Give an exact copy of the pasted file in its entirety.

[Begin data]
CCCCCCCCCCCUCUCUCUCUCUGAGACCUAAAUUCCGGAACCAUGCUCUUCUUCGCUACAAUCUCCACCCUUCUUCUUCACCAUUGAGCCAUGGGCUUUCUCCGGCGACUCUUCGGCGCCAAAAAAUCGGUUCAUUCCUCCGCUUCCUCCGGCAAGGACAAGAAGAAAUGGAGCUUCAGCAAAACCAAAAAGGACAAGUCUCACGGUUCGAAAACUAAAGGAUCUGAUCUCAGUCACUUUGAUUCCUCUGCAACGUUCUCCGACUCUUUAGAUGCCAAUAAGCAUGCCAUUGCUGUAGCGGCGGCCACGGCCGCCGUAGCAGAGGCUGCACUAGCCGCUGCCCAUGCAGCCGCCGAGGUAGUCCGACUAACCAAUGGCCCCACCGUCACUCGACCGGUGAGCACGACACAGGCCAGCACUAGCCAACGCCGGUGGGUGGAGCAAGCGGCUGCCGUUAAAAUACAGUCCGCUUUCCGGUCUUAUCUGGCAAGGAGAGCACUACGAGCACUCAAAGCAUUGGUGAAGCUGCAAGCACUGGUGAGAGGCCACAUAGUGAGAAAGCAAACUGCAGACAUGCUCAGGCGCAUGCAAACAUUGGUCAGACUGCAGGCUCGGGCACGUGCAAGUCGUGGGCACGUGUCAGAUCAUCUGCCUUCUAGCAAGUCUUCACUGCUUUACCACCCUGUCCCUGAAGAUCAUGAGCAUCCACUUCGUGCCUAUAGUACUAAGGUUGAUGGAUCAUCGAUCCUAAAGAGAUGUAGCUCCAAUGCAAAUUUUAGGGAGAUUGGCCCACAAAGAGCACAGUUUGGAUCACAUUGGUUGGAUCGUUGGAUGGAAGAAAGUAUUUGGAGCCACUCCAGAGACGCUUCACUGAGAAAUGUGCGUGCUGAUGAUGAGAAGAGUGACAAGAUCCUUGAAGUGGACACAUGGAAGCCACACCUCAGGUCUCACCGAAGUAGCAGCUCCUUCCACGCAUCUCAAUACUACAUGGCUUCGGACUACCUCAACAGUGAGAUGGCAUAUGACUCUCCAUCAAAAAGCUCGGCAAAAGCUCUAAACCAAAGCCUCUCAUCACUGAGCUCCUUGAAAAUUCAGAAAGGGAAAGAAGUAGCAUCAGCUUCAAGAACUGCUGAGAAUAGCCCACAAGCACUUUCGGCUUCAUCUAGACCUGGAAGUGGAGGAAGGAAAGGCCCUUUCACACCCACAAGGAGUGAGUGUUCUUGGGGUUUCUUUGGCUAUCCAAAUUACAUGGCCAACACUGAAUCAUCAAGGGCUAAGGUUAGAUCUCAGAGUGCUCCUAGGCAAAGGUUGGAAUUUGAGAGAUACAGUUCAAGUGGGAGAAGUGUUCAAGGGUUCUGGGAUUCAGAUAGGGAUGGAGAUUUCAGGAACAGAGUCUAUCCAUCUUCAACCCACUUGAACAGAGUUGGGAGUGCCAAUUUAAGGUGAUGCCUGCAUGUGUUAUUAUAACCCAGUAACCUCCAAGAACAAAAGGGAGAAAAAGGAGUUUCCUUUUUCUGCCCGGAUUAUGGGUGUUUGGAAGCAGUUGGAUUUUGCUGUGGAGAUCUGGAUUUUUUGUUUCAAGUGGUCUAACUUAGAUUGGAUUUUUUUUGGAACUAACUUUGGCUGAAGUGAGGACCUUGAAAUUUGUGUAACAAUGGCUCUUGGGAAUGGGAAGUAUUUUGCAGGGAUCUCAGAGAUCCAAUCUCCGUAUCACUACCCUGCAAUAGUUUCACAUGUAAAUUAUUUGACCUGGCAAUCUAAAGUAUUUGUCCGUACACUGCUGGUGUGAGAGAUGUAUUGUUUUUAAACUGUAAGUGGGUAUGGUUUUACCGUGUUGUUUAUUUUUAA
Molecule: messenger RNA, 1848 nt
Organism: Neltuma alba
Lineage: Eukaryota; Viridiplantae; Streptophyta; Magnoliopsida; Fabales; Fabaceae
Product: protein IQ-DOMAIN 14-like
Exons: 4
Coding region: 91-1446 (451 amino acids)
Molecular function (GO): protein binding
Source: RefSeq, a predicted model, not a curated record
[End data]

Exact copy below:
CCCCCCCCCCCUCUCUCUCUCUGAGACCUAAAUUCCGGAACCAUGCUCUUCUUCGCUACAAUCUCCACCCUUCUUCUUCACCAUUGAGCCAUGGGCUUUCUCCGGCGACUCUUCGGCGCCAAAAAAUCGGUUCAUUCCUCCGCUUCCUCCGGCAAGGACAAGAAGAAAUGGAGCUUCAGCAAAACCAAAAAGGACAAGUCUCACGGUUCGAAAACUAAAGGAUCUGAUCUCAGUCACUUUGAUUCCUCUGCAACGUUCUCCGACUCUUUAGAUGCCAAUAAGCAUGCCAUUGCUGUAGCGGCGGCCACGGCCGCCGUAGCAGAGGCUGCACUAGCCGCUGCCCAUGCAGCCGCCGAGGUAGUCCGACUAACCAAUGGCCCCACCGUCACUCGACCGGUGAGCACGACACAGGCCAGCACUAGCCAACGCCGGUGGGUGGAGCAAGCGGCUGCCGUUAAAAUACAGUCCGCUUUCCGGUCUUAUCUGGCAAGGAGAGCACUACGAGCACUCAAAGCAUUGGUGAAGCUGCAAGCACUGGUGAGAGGCCACAUAGUGAGAAAGCAAACUGCAGACAUGCUCAGGCGCAUGCAAACAUUGGUCAGACUGCAGGCUCGGGCACGUGCAAGUCGUGGGCACGUGUCAGAUCAUCUGCCUUCUAGCAAGUCUUCACUGCUUUACCACCCUGUCCCUGAAGAUCAUGAGCAUCCACUUCGUGCCUAUAGUACUAAGGUUGAUGGAUCAUCGAUCCUAAAGAGAUGUAGCUCCAAUGCAAAUUUUAGGGAGAUUGGCCCACAAAGAGCACAGUUUGGAUCACAUUGGUUGGAUCGUUGGAUGGAAGAAAGUAUUUGGAGCCACUCCAGAGACGCUUCACUGAGAAAUGUGCGUGCUGAUGAUGAGAAGAGUGACAAGAUCCUUGAAGUGGACACAUGGAAGCCACACCUCAGGUCUCACCGAAGUAGCAGCUCCUUCCACGCAUCUCAAUACUACAUGGCUUCGGACUACCUCAACAGUGAGAUGGCAUAUGACUCUCCAUCAAAAAGCUCGGCAAAAGCUCUAAACCAAAGCCUCUCAUCACUGAGCUCCUUGAAAAUUCAGAAAGGGAAAGAAGUAGCAUCAGCUUCAAGAACUGCUGAGAAUAGCCCACAAGCACUUUCGGCUUCAUCUAGACCUGGAAGUGGAGGAAGGAAAGGCCCUUUCACACCCACAAGGAGUGAGUGUUCUUGGGGUUUCUUUGGCUAUCCAAAUUACAUGGCCAACACUGAAUCAUCAAGGGCUAAGGUUAGAUCUCAGAGUGCUCCUAGGCAAAGGUUGGAAUUUGAGAGAUACAGUUCAAGUGGGAGAAGUGUUCAAGGGUUCUGGGAUUCAGAUAGGGAUGGAGAUUUCAGGAACAGAGUCUAUCCAUCUUCAACCCACUUGAACAGAGUUGGGAGUGCCAAUUUAAGGUGAUGCCUGCAUGUGUUAUUAUAACCCAGUAACCUCCAAGAACAAAAGGGAGAAAAAGGAGUUUCCUUUUUCUGCCCGGAUUAUGGGUGUUUGGAAGCAGUUGGAUUUUGCUGUGGAGAUCUGGAUUUUUUGUUUCAAGUGGUCUAACUUAGAUUGGAUUUUUUUUGGAACUAACUUUGGCUGAAGUGAGGACCUUGAAAUUUGUGUAACAAUGGCUCUUGGGAAUGGGAAGUAUUUUGCAGGGAUCUCAGAGAUCCAAUCUCCGUAUCACUACCCUGCAAUAGUUUCACAUGUAAAUUAUUUGACCUGGCAAUCUAAAGUAUUUGUCCGUACACUGCUGGUGUGAGAGAUGUAUUGUUUUUAAACUGUAAGUGGGUAUGGUUUUACCGUGUUGUUUAUUUUUAA
Molecule: messenger RNA, 1848 nt
Organism: Neltuma alba
Lineage: Eukaryota; Viridiplantae; Streptophyta; Magnoliopsida; Fabales; Fabaceae
Product: protein IQ-DOMAIN 14-like
Exons: 4
Coding region: 91-1446 (451 amino acids)
Molecular function (GO): protein binding
Source: RefSeq, a predicted model, not a curated record